Housing & urban design

Housing & urban design - Jan 15

Staff, Energy Bulletin

Road Worriers
Choosing What Our Cities Will Look Like in a World Without Oil
Toward a New American Infrastructure

archived January 15, 2009

Housing & urban design - Jan 13

Staff, Energy Bulletin

What will save the suburbs?
The 'McMansion' trend in housing is slowing
US Housing and the Passive Home Standard

archived January 13, 2009

Housing & urban design - Jan 4

Staff, Energy Bulletin

The cement that eats carbon dioxide
The cost of polishing a turd (LEED and conventional building)
Wanted: Natural residents to share up-and-coming urban quarter in Sweden

archived January 4, 2009

United States - Jan 2

Staff, Energy Bulletin

Freakishly cheap gas? Nation broke? Just hit the road
Malls, the Future of Housing?
Wasting Our Watts

archived January 2, 2009

Housing & urban design Dec 30

Staff, Energy Bulletin

No Furnaces but Heat Aplenty in ‘Passive Houses’
With fewer kids, homeowners flee the suburbs
Elgin is seeing green in its future

archived December 30, 2008

The barn raising

Gene Logsdon, OrganicToBe.org

"... what followed in the wake of the tornado during the next three weeks was just as awesome as the wind itself. In that time — three weeks — the forest devastation was sawed into lumber and transformed into four big new barns. No massive effort of bulldozers, cranes, semi-trucks, or the National Guard was involved. The surrounding Amish community rolled up its sleeves, hitched up its horses and did it all. Nor were the barns the quick-fix modern structures of sheet metal hung on posts stuck in the ground. They were massive three-story affairs of post-and-beam framing, held together with hundreds of hand-hewn mortises and tenons."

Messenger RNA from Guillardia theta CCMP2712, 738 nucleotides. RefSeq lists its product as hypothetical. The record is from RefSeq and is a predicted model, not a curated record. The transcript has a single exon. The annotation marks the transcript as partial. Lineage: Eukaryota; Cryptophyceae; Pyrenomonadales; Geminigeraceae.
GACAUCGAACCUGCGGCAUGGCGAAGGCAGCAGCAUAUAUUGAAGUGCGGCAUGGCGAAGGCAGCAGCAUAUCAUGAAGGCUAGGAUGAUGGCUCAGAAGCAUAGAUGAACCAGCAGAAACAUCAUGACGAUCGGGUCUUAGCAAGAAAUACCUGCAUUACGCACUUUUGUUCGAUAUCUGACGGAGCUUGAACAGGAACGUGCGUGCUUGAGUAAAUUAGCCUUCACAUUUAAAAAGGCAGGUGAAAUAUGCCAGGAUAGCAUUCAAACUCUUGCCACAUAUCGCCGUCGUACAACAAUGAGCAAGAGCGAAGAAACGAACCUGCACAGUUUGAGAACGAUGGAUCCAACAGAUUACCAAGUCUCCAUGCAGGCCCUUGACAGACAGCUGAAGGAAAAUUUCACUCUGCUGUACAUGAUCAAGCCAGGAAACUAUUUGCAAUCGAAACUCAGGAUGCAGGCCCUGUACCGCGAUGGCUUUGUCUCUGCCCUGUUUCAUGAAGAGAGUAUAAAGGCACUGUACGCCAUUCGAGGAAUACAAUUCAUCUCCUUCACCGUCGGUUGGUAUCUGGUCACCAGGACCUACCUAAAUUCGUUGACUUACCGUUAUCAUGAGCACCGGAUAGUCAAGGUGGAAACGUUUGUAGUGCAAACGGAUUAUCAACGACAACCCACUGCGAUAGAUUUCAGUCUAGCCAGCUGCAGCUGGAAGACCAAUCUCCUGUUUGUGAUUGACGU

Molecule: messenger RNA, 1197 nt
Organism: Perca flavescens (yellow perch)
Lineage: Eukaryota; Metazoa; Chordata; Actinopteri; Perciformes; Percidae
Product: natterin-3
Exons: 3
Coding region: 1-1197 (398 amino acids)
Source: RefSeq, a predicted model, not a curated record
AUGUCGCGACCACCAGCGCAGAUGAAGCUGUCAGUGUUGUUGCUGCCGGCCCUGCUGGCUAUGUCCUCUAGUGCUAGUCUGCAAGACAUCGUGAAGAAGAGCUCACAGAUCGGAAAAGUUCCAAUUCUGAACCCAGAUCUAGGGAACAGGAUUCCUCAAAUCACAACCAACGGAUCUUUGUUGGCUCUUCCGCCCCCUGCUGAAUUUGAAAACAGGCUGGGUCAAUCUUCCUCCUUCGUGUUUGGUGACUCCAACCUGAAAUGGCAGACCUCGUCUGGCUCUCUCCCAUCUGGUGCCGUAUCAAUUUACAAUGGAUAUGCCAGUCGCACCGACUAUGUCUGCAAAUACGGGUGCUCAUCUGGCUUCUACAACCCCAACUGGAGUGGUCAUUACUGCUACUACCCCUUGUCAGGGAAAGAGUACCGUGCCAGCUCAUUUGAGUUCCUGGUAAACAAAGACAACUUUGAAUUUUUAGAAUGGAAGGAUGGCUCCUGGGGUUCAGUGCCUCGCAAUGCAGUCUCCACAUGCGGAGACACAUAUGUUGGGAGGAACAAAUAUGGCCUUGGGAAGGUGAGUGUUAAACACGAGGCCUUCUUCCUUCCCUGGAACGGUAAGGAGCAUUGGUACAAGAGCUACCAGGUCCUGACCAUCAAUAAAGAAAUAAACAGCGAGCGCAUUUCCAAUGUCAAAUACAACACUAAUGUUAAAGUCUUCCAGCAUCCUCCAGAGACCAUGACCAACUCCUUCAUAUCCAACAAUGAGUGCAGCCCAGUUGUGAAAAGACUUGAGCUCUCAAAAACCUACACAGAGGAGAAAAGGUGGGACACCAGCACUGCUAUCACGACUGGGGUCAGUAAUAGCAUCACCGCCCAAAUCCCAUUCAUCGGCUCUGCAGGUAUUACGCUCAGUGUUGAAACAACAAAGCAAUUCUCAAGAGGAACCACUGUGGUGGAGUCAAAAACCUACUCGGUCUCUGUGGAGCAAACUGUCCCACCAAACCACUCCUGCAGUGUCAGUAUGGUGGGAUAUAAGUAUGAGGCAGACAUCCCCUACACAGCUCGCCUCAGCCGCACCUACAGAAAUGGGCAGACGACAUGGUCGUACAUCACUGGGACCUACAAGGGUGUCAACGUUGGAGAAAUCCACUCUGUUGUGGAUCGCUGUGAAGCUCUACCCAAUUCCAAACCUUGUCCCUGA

archived December 24, 2008

Housing & urban design - Dec 23

Staff, Energy Bulletin

Slow Towns
Life Without Cars
The dead mall problem

archived December 23, 2008

Scenario 2020: the future of food in Mendocino county

Jason Bradford, Energy Farms Network

Most dire of all was that within three days of the halt to trucking, the grocery stores were out of food. Looking back at historical records it is clear that, while shocking, this was no surprise. Community-based organizations had been warning of this exact possibility for years. Nowadays we have buffers and resiliency built into our systems, but that was not the case in 2009.

archived December 21, 2008

Collapse +11 years in the Napa Valley

Mick Winter, Napa Valley Life Magazine

As I sip my morning espresso, I have a brief moment of longing for an earlier time when I could make my stovetop coffee quickly on a gas burner. It takes a lot longer using this electric one. Little did we know that gas was right behind oil in peaking. Fortunately we finally have plenty of solar-produced electricity and, once again, access to coffee. So it's a minor inconvenience, but just another reminder of things we used to take for granted.

archived December 21, 2008

Solutions & sustainability - Dec 18

Staff, Energy Bulletin

Slow life, better life
Your Money or Your Life: A Conversation with Vicki Robin
Astyk: What Is Your House Worth?

archived December 18, 2008